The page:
Effective Selling

Today selling does not mean to wait until a customer comes into the showroom to ask to be attended. It means actively searching for the customer, conquering him, showing him that he’s important and valuable for the company, and that a salesperson is there to serve the customer.

In a nutshell: effective car selling means supporting the customer in making the right decision in the buying process.

How many times have you visited a dealership of a premium segment brand and nobody would even show up to serve you? More than once I had the sensation that I should be thankful for being able to see and touch the cars in the showroom! High quality sales starts with providing excellent customer service (breaking the paradigm that customer service starts after selling a car). The right welcome, offering something to drink, asking for the customers’ needs, listening without dollar signs in the eyes, and honestly advising the customer.

If you don’t have the right product for the customer, don’t sell him the one that you consider the right one to reach your sales target. In the long run, this comes back as a boomerang and the customer will be angry and lose trust in you. Looking back at the mentioned example at the beginning, this could have been avoided if the CRM approach would have been integrated between wholesale and retail.

Role of Product and Branding Strategy

The CEO of the biggest automotive retail distribution company of the Iberian Peninsula once said: “The secret lies in being a desired product. I don’t understand the volume strategy BMW, Mercedes and Audi are pursuing. I prefer to be the most desired car than being the most sold car”.

This is a controversial statement. Is it possible to expand in product offering, use economies of scale in production, and still be a desired product? I do think so, and BMW and Audi are demonstrating this. They have not lost in attractiveness towards the customer: BMW emphasizing its sportive, fun driving leadership, and Audi leading with its technological leadership and innovation.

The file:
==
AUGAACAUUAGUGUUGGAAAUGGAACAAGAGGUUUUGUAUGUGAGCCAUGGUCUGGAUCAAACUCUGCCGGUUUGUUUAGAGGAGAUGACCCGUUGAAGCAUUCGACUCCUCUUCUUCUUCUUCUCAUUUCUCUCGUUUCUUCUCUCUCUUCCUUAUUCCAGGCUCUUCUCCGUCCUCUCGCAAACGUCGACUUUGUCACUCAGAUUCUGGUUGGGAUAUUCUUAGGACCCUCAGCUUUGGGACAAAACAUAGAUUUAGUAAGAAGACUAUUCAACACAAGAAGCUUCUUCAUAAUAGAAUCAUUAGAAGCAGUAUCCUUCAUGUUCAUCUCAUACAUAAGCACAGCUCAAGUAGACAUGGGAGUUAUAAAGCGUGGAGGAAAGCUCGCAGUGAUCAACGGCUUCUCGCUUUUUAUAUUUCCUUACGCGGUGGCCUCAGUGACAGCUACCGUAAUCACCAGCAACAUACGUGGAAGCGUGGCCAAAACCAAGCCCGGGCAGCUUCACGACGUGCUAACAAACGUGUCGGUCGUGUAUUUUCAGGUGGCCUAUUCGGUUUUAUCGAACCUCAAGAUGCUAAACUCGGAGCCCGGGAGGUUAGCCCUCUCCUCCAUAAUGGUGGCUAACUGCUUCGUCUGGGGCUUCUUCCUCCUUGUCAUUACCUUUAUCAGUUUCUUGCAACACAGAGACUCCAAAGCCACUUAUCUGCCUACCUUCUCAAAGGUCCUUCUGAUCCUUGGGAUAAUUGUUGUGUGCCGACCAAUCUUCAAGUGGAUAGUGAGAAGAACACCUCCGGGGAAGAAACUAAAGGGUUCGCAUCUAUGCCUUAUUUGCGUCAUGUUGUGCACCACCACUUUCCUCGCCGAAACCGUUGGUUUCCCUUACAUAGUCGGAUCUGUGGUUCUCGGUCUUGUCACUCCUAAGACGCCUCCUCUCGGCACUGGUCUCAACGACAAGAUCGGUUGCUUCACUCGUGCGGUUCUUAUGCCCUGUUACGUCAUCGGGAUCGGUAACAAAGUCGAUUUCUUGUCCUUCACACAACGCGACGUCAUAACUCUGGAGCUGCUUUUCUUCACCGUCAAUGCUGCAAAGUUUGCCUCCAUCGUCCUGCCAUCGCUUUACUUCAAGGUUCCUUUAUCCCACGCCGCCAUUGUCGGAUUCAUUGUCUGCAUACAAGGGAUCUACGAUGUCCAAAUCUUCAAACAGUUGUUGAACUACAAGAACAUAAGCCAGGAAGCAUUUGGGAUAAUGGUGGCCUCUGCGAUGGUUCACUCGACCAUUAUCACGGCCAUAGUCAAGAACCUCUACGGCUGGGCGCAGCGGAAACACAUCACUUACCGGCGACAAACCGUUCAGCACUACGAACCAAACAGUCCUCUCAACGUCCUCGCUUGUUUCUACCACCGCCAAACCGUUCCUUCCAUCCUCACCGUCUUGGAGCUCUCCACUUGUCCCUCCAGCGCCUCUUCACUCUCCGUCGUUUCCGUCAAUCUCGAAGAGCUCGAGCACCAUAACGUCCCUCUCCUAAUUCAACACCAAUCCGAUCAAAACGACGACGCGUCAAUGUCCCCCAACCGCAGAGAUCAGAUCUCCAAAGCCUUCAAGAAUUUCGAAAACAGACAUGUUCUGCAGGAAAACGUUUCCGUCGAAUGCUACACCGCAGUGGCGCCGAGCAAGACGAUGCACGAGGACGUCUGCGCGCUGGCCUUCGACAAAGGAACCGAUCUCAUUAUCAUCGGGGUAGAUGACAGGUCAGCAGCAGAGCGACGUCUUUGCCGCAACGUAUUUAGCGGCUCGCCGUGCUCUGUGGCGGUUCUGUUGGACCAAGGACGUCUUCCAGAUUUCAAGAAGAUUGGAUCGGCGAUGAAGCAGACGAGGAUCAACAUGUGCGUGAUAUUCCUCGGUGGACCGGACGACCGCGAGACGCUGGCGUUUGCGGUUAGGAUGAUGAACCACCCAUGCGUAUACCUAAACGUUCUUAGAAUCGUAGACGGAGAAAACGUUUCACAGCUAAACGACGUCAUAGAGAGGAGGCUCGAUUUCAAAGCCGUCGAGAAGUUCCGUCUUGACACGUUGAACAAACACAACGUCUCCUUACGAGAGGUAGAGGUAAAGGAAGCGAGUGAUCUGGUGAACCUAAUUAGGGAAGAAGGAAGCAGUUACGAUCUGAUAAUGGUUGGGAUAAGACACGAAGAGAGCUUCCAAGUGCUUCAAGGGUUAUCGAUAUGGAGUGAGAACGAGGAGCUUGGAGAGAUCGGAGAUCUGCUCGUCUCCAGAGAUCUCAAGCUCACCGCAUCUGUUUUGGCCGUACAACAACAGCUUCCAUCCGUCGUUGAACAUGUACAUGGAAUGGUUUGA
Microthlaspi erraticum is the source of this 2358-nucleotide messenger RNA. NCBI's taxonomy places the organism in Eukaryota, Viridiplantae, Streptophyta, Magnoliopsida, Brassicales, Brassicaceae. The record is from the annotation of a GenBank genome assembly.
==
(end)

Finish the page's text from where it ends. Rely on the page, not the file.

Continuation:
CRM alone will not help to sell better and more, but it needs to be integrated in an overall business strategy, on the same level as product and brand positioning policies. A great product can survive without mass marketing initiatives. A great product will die if the customer is not convinced about its greatness. And a great product will be appreciated even more, if its selling process is oriented towards helping the customer in taking a buying decision.

Silvana Buljan
Silvana Buljan, founder of Buljan&Partners, has been working in CRM and eCRM Projects since 1997 as project manager and consultant for blue-chip clients. Her expertise is in the automotive, air transport and professional services sectors, focusing on CRM strategy, processes and organizational alignment, as well as CRM corporate training.


Please use comments to add value to the discussion. Maximum one link to an educational blog post or article. We will NOT PUBLISH brief comments like "good post," comments that mainly promote links, or comments with links to companies, products, or services.

Please enter your comment!
Please enter your name here